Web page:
A meticulously researched biography that reclaims WW I's unchallenged ace of aces from the mists and myths of time. Drawing on previously unavailable archives (including his subject's personal papers) and standard references, historian Kilduff sheds new light not only on the short, violent life of Manfred Albrecht von Richthofen but also on the development of military aviation in imperial Germany during what once was called the Great War. A scion of the Prussian nobility, Richthofen was a 22-year-old cavalry officer when hostilities broke out between the Central Powers and the Allies. Transferring to the fledgling Air Service in search of action, he qualified as a pilot and joined a fighter squadron on the Western Front in the summer of 1916. By the time Richthofen was killed in a dogfight over the Somme on April 21, 1918, he had been credited with 80 victories in aerial combat against British and French foes. A hunter by heritage as well as inclination, the deadly young aviator had a flair for the dramatic (exemplified in the blood-red color of his planes) and a penchant for collecting trophies from the aircraft of downed victims. A national hero long before his death, Richthofen also proved an aggressive tactician and talented commander. Kilduff provides a wealth of perspectives on the so-called Red Baron (``a 20th-century man with 19th-century ideals''), at one point likening him to the Teutonic knights who rampaged through Medieval Europe. In another vein, the author makes a fine job of distinguishing among the capabilities of the open-cockpit ``crates'' that vied for control of the unfriendly skies—Albatrosses, Fokkers, Nieuports, Sopwiths, Spads, etc. A vivid, tellingly detailed account of a master airman and the convulsive conflict in which he made a name for himself. (Photos- -not seen)

Pub Date: March 4, 1994

ISBN: 0-471-00877-X

Page Count: 288

Publisher: Wiley

Review Posted Online: May 20, 2010

Kirkus Reviews Issue: Jan. 1, 1994

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The author's youthfulness helps to assure the inevitable comparison with the Anne Frank diary although over and above the...


Elie Wiesel spent his early years in a small Transylvanian town as one of four children. 

He was the only one of the family to survive what Francois Maurois, in his introduction, calls the "human holocaust" of the persecution of the Jews, which began with the restrictions, the singularization of the yellow star, the enclosure within the ghetto, and went on to the mass deportations to the ovens of Auschwitz and Buchenwald. There are unforgettable and horrifying scenes here in this spare and sombre memoir of this experience of the hanging of a child, of his first farewell with his father who leaves him an inheritance of a knife and a spoon, and of his last goodbye at Buchenwald his father's corpse is already cold let alone the long months of survival under unconscionable conditions.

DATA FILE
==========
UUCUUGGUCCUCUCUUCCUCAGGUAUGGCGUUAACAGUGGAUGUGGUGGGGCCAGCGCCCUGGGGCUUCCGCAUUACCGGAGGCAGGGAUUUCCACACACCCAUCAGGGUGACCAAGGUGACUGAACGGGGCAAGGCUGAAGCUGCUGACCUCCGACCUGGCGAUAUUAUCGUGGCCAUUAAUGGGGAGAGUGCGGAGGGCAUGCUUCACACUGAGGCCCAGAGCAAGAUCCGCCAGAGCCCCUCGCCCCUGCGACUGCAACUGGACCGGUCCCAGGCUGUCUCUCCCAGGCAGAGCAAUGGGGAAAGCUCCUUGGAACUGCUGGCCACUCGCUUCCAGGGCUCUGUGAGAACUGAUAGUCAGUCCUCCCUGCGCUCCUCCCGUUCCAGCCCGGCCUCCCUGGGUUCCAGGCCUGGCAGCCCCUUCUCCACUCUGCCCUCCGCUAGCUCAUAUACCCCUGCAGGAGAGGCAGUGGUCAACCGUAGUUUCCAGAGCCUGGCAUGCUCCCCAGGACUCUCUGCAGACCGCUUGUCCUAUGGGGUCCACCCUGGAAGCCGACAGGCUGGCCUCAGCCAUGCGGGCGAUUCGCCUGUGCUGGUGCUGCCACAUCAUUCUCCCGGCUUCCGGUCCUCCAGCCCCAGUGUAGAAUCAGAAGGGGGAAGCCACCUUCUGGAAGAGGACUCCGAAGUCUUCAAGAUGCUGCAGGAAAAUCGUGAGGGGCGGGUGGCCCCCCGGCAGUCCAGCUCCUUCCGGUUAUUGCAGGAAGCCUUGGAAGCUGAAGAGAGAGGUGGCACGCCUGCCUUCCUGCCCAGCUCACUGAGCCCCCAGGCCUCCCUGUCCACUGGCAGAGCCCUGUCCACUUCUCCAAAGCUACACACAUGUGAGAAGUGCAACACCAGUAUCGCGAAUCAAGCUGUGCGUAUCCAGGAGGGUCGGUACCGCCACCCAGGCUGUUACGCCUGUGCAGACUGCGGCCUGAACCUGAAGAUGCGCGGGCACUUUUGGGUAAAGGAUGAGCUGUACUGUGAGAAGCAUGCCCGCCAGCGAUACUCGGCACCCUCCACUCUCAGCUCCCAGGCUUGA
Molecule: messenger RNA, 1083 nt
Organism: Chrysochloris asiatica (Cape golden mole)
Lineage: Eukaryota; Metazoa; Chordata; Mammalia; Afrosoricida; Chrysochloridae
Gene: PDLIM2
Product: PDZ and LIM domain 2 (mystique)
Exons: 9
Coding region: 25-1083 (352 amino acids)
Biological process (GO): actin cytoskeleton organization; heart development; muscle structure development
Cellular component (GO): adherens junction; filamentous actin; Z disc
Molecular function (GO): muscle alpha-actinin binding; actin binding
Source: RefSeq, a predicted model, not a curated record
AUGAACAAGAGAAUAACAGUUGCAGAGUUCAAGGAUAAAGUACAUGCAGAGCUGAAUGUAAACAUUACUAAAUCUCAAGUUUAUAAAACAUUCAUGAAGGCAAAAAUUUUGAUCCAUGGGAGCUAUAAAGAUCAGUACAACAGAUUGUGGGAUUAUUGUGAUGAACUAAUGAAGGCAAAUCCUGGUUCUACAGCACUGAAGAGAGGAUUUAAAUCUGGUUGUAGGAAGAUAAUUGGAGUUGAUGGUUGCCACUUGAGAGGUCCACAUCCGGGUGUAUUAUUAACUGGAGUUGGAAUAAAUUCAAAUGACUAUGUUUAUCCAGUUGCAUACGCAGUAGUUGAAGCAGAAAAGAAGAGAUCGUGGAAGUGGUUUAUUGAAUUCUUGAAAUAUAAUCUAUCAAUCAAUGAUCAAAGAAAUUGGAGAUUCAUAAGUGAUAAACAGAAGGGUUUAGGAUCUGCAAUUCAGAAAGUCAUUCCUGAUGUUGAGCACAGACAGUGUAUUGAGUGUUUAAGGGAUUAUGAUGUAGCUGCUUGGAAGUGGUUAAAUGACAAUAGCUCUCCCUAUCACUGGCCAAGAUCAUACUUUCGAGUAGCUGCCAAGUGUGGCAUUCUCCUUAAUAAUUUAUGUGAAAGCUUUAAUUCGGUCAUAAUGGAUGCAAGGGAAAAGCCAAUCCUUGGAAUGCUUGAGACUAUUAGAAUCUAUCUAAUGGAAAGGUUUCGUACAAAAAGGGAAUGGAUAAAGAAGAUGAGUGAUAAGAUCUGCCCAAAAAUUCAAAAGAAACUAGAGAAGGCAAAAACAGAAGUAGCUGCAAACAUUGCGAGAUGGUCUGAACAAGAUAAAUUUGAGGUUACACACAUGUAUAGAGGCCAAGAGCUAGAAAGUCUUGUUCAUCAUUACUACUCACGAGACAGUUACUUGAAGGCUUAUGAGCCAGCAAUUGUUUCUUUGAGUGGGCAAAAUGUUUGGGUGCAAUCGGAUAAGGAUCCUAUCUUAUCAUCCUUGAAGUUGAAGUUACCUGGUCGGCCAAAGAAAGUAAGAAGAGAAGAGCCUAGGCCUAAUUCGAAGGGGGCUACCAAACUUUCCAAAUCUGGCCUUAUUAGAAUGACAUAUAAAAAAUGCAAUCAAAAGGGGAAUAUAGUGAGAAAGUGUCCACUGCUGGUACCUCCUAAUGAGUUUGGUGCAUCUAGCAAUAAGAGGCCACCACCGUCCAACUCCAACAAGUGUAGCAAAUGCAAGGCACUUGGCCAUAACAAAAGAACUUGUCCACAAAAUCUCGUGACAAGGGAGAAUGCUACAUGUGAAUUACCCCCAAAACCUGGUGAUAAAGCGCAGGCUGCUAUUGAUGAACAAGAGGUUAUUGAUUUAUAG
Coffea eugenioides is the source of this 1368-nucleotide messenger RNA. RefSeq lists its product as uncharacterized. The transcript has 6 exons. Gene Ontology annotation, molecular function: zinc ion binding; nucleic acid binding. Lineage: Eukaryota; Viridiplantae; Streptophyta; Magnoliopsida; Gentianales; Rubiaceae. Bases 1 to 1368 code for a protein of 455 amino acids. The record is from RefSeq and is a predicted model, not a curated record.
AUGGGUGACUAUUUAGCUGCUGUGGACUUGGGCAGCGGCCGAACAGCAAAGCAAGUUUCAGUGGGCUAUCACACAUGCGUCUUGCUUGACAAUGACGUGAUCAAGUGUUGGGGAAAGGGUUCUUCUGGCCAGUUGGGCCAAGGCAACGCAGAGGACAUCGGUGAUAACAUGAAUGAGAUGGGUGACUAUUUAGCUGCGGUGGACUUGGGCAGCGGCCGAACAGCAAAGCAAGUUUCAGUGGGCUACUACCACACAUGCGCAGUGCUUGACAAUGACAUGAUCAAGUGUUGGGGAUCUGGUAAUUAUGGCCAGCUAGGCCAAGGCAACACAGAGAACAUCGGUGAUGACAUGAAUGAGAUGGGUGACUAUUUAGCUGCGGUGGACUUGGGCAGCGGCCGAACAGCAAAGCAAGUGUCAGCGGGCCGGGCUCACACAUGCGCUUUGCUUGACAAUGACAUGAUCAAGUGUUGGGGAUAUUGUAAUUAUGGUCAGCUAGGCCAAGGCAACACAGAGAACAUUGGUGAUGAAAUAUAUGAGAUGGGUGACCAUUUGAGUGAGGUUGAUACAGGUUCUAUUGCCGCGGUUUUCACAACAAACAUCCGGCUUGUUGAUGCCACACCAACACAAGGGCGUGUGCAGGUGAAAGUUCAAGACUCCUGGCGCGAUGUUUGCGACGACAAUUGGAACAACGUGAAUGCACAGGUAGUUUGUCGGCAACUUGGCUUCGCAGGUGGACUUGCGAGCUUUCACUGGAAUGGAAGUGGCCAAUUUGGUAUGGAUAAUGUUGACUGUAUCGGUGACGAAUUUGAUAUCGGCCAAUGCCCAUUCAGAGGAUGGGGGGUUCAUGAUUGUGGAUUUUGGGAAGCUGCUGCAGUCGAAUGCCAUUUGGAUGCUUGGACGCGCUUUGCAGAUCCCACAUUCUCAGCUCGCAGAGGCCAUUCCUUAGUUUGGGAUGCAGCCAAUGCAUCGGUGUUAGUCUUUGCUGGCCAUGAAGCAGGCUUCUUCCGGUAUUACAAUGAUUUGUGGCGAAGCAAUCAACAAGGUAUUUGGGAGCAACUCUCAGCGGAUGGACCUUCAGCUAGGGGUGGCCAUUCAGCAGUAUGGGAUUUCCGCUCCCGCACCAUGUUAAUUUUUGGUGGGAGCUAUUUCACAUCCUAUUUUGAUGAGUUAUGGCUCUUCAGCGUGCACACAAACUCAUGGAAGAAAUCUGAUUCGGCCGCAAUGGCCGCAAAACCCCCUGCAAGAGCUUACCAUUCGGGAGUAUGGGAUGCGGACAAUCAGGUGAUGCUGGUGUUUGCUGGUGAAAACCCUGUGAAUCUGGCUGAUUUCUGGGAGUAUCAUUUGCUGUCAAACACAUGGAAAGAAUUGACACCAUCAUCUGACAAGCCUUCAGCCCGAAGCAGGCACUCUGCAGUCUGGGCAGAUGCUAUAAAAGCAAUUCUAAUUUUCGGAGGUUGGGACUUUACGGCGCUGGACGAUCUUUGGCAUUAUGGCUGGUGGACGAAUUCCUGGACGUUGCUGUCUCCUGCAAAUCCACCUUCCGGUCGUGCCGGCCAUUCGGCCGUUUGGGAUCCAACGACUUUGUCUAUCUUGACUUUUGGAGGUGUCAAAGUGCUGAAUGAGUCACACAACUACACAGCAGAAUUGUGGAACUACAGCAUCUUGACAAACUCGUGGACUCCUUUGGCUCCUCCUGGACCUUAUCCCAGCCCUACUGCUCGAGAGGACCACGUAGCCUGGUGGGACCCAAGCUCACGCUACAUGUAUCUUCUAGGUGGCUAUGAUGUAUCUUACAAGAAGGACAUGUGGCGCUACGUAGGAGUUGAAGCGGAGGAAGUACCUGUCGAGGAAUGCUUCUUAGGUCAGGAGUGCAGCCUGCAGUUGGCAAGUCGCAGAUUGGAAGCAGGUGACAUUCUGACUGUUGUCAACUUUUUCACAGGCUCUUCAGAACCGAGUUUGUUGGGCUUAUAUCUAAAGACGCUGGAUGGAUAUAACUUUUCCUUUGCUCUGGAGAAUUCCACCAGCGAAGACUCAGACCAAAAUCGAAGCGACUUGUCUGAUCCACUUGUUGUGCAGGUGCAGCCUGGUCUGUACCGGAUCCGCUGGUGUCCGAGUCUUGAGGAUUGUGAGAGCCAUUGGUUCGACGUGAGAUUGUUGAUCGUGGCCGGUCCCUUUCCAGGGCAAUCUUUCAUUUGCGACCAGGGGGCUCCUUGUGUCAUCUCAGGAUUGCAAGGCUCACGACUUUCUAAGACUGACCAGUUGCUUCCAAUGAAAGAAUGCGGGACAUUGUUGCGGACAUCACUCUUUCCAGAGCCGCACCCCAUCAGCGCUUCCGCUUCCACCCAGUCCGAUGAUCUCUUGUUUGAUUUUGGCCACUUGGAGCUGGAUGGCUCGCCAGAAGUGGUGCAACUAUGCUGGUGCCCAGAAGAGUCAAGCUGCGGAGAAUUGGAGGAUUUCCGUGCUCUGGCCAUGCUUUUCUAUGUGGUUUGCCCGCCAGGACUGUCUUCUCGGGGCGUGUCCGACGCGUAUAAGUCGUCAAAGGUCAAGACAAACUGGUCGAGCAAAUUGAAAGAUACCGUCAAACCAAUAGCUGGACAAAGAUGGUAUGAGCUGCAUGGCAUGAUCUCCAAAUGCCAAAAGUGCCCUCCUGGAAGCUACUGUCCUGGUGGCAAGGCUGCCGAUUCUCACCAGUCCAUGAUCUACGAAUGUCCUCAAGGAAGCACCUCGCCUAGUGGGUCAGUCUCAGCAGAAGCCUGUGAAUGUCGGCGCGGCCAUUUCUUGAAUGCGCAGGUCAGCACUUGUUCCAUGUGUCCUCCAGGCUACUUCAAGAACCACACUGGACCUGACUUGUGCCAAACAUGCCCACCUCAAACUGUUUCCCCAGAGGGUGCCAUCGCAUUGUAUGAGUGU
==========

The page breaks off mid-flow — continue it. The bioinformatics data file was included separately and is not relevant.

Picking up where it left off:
The author's youthfulness helps to assure the inevitable comparison with the Anne Frank diary although over and above the sphere of suffering shared, and in this case extended to the death march itself, there is no spiritual or emotional legacy here to offset any reader reluctance.

Pub Date: Jan. 16, 2006

ISBN: 0374500010

Page Count: 120

Publisher: Hill & Wang

Review Posted Online: Oct. 7, 2011

Kirkus Reviews Issue: Jan. 15, 2006

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For Howard Zinn, long-time civil rights and anti-war activist, history and ideology have a lot in common. Since he thinks that everything is in someone's interest, the historian—Zinn posits—has to figure out whose interests he or she is defining/defending/reconstructing (hence one of his previous books, The Politics of History). Zinn has no doubts about where he stands in this "people's history": "it is a history disrespectful of governments and respectful of people's movements of resistance." So what we get here, instead of the usual survey of wars, presidents, and institutions, is a survey of the usual rebellions, strikes, and protest movements. Zinn starts out by depicting the arrival of Columbus in North America from the standpoint of the Indians (which amounts to their standpoint as constructed from the observations of the Europeans); and, after easily establishing the cultural disharmony that ensued, he goes on to the importation of slaves into the colonies. Add the laborers and indentured servants that followed, plus women and later immigrants, and you have Zinn's amorphous constituency. To hear Zinn tell it, all anyone did in America at any time was to oppress or be oppressed; and so he obscures as much as his hated mainstream historical foes do—only in Zinn's case there is that absurd presumption that virtually everything that came to pass was the work of ruling-class planning: this amounts to one great indictment for conspiracy. Despite surface similarities, this is not a social history, since we get no sense of the fabric of life. Instead of negating the one-sided histories he detests, Zinn has merely reversed the image; the distortion remains.

Pub Date: Jan. 1, 1979

ISBN: 0061965588

Page Count: 772

Publisher: Harper & Row

Review Posted Online: May 26, 2012

Kirkus Reviews Issue: Jan. 1, 1979

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